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|Title:||Quantifying the zone of influence of the impact roller|
|Citation:||Proceedings of the International Symposium on Recent Research, Advances and Execution Aspects of Ground Improvement Works, 2012 / vol.2, pp.41-52|
|Publisher:||Belgian Building Research Institute|
|Conference Name:||Recent Research, Advances and Execution Aspects of Ground Improvement Works (30 May 2012 - 01 Jun 2012 : Brussels, Belgium)|
|M. B. Jaksa, B. T. Scott, N. L. Mentha, A. T. Symons, S. M. Pointon, P. T. Wrightson and E. Syamsuddin|
|Abstract:||Rolling dynamic compaction (RDC) involves traversing the ground by means of a non-circular module consisting of 3, 4 or 5 sides. Over the last few decades, a number of studies have been carried out in an effort to quantify the effectiveness of RDC. In this study, the zone of influence of the 4-sided ‘impact roller’ was measured in a systematic fashion in the field by means of a series of earth pressure cells (EPCs) embedded in the ground, in situ density measurements and dynamic cone penetration tests. Measurements obtained from the field trial, which was conducted at an open-cut mine in South Australia, suggest that the depth of influence for which there is significant and quantifiable improvement with the roller is approximately 2.1 m below the ground surface and this corresponded to soil stress readings of between 150 and 200 kPa. Positive pressure readings due to RDC were also measured by the EPCs buried up to 3.85 m below the ground surface, indicating that the actual zone of influence (for which there is improvement) extends beyond this depth.|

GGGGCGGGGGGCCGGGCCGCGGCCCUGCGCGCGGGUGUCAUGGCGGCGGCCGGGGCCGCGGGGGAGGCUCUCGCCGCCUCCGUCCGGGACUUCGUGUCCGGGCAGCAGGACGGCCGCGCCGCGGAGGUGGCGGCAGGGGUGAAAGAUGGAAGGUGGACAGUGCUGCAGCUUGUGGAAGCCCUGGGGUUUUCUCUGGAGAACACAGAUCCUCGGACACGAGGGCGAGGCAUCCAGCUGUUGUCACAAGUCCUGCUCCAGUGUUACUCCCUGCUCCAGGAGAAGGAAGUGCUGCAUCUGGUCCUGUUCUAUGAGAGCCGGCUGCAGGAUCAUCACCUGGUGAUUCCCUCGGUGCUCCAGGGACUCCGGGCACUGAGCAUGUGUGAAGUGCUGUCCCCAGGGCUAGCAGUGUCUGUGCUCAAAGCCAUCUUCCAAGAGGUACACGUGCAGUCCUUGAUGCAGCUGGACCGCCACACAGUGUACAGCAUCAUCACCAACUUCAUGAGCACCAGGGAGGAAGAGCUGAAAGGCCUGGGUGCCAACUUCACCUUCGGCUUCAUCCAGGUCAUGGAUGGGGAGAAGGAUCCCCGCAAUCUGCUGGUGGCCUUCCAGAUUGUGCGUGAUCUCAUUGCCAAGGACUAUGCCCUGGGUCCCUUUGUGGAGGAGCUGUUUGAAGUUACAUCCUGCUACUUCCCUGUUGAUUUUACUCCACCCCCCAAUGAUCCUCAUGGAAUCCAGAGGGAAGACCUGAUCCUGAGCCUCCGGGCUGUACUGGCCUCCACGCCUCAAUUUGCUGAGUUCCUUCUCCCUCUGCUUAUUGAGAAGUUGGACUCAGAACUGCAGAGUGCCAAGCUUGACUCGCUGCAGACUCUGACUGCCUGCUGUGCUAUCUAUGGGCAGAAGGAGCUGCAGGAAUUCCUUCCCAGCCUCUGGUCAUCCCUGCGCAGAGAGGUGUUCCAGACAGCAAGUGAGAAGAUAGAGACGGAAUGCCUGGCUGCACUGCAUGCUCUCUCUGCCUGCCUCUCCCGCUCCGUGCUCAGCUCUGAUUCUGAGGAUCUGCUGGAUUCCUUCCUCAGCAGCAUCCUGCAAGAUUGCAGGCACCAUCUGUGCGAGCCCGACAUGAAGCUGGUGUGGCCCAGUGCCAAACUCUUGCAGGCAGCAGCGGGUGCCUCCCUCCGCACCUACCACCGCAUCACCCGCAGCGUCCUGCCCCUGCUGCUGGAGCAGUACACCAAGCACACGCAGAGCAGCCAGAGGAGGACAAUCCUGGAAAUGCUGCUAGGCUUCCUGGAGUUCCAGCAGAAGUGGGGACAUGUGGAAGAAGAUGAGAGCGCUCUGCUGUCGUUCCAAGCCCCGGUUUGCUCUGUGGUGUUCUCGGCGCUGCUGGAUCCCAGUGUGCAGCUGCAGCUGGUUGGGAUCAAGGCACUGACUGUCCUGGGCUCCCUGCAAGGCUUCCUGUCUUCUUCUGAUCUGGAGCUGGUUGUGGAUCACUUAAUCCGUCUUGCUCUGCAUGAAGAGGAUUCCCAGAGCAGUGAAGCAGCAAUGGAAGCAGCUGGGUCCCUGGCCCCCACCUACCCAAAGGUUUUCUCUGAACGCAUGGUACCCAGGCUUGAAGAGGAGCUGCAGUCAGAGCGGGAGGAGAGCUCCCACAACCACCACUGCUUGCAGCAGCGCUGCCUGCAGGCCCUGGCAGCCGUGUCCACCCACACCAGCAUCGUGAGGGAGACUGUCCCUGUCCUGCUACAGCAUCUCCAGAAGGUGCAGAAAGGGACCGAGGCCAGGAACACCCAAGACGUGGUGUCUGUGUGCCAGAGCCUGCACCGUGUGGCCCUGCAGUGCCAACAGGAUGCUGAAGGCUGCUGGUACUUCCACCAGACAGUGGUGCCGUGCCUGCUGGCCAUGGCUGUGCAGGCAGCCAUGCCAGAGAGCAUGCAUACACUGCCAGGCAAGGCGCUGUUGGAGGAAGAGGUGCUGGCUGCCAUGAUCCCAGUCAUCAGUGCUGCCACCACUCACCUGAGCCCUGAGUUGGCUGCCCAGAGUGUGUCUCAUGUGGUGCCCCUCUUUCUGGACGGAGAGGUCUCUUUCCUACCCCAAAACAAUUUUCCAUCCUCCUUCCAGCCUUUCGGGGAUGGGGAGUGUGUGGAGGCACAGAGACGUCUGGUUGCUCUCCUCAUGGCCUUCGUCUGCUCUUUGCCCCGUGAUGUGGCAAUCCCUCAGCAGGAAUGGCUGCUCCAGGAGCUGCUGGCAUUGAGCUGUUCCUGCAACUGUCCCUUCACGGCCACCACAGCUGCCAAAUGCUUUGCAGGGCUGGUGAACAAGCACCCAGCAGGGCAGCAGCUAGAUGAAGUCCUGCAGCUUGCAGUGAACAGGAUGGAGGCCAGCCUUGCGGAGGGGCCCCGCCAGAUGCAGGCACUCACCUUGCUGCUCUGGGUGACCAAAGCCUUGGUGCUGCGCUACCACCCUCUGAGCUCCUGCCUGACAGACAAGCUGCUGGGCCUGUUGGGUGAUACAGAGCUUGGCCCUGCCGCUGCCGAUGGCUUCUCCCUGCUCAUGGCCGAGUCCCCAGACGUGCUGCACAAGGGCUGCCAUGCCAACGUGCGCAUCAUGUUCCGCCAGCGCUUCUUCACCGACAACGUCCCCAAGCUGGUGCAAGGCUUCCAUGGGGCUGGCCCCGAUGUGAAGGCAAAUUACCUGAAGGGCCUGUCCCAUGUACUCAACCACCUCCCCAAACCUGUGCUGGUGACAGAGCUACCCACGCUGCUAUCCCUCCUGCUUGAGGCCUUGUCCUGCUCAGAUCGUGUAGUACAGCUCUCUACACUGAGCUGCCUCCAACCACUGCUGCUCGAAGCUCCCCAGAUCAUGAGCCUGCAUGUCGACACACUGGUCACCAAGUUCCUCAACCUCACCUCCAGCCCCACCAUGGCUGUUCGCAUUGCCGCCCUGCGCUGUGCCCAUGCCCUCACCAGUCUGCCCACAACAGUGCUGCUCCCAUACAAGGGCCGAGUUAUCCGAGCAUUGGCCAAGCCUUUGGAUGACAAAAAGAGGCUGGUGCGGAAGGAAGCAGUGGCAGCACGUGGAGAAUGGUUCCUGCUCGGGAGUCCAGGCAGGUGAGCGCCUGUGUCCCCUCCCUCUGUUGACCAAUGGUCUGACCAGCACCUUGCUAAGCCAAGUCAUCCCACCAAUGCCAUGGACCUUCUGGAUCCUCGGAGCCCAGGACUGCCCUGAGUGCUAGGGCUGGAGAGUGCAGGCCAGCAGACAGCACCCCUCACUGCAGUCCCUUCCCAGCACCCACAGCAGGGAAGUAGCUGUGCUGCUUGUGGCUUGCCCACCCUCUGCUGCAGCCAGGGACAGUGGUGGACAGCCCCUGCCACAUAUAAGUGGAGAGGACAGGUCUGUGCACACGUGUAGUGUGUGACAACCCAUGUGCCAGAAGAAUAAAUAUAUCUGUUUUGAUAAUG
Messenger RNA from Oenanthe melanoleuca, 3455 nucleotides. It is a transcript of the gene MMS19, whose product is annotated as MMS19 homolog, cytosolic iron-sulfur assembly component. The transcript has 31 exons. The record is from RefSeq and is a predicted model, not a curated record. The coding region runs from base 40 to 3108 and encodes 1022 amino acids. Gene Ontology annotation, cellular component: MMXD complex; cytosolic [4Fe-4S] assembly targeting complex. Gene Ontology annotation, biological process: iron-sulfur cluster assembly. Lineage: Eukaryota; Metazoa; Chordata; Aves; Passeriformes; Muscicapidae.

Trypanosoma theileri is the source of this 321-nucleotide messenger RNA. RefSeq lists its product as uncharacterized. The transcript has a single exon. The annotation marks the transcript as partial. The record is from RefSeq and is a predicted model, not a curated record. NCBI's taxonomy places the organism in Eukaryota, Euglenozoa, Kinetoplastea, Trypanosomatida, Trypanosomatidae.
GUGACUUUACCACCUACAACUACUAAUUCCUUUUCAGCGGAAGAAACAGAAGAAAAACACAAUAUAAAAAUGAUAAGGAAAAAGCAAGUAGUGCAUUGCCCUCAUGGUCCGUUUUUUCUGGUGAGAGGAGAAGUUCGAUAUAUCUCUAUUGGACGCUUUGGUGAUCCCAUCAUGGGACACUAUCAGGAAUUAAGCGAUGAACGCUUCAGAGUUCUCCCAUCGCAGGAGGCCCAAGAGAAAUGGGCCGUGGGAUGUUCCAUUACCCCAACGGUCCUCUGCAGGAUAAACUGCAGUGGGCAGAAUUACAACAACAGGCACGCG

|Rights:||Copyright status unknown|
|Appears in Collections:||Civil and Environmental Engineering publications|
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